UK TV ELECTION DEBATE

British election candidates

In case you haven’t noticed, the United Kingdom is in the middle of a general election campaign.   The election itself takes place on May 7th, which does not leave much time for campaigning.

On Thursday, the seven leaders of the seven major parties held a televised debate on national television.   The debate was two hours long.   I watched it on “BBC World News” where it was shown live. There was only one brief commercial break in the middle.

The parties clearly divide into right and left.   The three parties that are supportive of austerity are the ruling Conservatives led by David Cameron, the Liberal Democrats led by Nick Clegg, and UKIP (the United Kingdom Independence Party) whose leader is Nigel Farage.   The Liberals are more in the center, but when it comes to spending, they believe in a balanced budget.

The ruling coalition since the last election in 2010 imposed austerity measures on the country, but has found it difficult not to overspend.

The other four parties represented are all to the left of the political spectrum.   All leaders were in favor of more spending on this or that and seemed to have no concept that all government spending is dependent on the success of the private sector, which they are inclined to want to clobber with more and more punitive taxes.   A favorite in the debate was a “mansion tax” on homes worth over two million British pounds ($3 million).   They do not realize that wealthy people have the option of moving to other EU member countries and can take their money with them.   They would also enjoy a better climate!

The four leftist parties are the Labour Party, led by Ed Miliband. To his left are Nicola Sturgeon, leader of the Scottish Nationalist Party (SNP), Leanne Wood, leader of Plaid Cymru (the Party of Wales) and Natalie Bennett, leader of the Green Party.   All four kept demanding more money for their pet projects.   Apart from the suggestion of a tax on mansions, the three ladies also insisted on defense cuts, notably that Britain not modernize Trident, its nuclear weapons system.

No commentator pointed out that the ladies’ demands would cost the English taxpayer more money.   Already, the English bankroll the Scots and the Welsh – and, together with Germany, the EU.   As Mr. Farage pointed out, the subsidy to the EU amounts to ten billion pounds per day ($15 bn).

This is one reason why Nigel Farage wants Britain to pull out of the EU.   He constantly focused on this one issue when answering questions.   The EU does not allow Britain to govern itself.   On immigration, for example, a major issue in the UK, London cannot do anything because of treaty obligations with the rest of Europe, which allow for the free movement of people.   The Germans are insistent that this remains the case, even though it costs the UK tax-payer a great deal of money.   Immigrants from the rest of the EU can claim British welfare benefits upon arrival in the country and can use the free health service.   They can even claim family allowances (a weekly child benefit) for children they left behind.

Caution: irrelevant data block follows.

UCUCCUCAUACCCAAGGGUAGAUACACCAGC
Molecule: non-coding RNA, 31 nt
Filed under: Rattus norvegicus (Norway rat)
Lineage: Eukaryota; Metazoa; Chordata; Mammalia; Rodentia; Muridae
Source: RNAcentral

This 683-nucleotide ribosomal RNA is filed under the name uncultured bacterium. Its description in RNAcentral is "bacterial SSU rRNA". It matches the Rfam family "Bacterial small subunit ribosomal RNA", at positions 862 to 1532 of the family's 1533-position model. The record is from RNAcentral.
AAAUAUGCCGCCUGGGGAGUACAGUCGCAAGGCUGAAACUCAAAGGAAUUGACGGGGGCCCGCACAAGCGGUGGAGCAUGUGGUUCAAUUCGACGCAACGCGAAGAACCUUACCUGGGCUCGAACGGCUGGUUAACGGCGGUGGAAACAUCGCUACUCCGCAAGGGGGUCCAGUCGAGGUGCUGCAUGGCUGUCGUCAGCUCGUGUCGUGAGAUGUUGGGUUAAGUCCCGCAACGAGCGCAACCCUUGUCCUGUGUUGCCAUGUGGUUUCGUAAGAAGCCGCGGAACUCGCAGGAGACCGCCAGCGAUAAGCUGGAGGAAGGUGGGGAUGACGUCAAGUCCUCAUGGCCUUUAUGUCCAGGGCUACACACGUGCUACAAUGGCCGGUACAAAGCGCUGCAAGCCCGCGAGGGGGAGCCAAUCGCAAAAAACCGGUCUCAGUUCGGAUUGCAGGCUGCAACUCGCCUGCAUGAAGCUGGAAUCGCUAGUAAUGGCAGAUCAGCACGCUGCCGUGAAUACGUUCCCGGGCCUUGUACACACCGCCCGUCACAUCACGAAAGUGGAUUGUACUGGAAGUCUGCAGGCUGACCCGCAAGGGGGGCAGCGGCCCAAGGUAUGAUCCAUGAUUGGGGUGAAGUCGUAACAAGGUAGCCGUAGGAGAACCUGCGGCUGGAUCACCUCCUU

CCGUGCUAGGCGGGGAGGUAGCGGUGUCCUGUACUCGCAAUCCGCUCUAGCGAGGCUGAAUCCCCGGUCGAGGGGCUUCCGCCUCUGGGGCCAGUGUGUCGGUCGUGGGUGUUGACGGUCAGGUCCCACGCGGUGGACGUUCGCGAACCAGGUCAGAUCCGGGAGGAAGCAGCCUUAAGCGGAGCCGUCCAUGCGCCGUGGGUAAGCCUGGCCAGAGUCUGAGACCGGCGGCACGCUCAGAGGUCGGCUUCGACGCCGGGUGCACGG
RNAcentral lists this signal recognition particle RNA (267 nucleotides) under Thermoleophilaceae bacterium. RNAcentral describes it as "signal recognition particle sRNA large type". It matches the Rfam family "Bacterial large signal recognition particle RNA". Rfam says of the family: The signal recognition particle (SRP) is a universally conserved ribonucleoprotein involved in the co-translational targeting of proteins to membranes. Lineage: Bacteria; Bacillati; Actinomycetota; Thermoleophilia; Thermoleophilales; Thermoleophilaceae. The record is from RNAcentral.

When Mr. Farage pointed out that last year 7,000 people were diagnosed as HIV positive and that 60% of these are foreigners, he added that each one will cost the taxpayer 25,000 pounds a year ($37,500).   Nicola Sturgeon came right back accusing him of being “heartless,” saying that his comment was “shameful.”   For this she received loud applause.   Yet the liberal “Independent” newspaper reveals in a poll that half the British people support him on this issue.

Ms. Sturgeon seems adept at spending other peoples’ money.   She reminded me of Margaret Thatcher’s famous dictum:  “The trouble with socialism is that eventually you run out of other peoples’ money.”   If any of these three ladies has a major role in the next coalition government, the country could follow Greece toward financial ruin.

Polls after the debate said that Nicola Sturgeon did best.   If her party wins a lot of parliamentary seats in Scotland, they could enter a coalition with Labour and spend to their heart’s content – or, at least, until they run out of other people’s money!

It’s difficult to imagine a right of center coalition that includes the Conservatives, Liberal Democrats and UKIP.   It may happen.   But if David Cameron needs UKIP to get the 318 seats necessary to form a government, he will have to give Nigel Farage what he wants, which is a referendum on EU membership by the end of the year.

Everything is up for grabs – anything could happen at this point in time.   But the most likely outcome will be a return of the Conservative-Liberal Democrat coalition, which has ruled the country for the last five years.   Noticeable during the debate is that the two leaders of these parties did not seriously attack each other, allowing for a continued marriage of convenience after the election.

With this election, it can truly be said that Britain is at a crossroads.   Everything achieved over the last few years of austerity could easily be lost, throwing the economy into a downward spiral; relations with Europe are also at stake at a time when the continental nations that comprise the EU are drawing closer together, with Germany very much in the driving seat.

INTERNATIONAL NEWS DESK

syriza

Syriza was described on the BBC World Service this morning as a “very left-wing party.”   It looks as if it will come to power in Greece this Sunday, January 25th.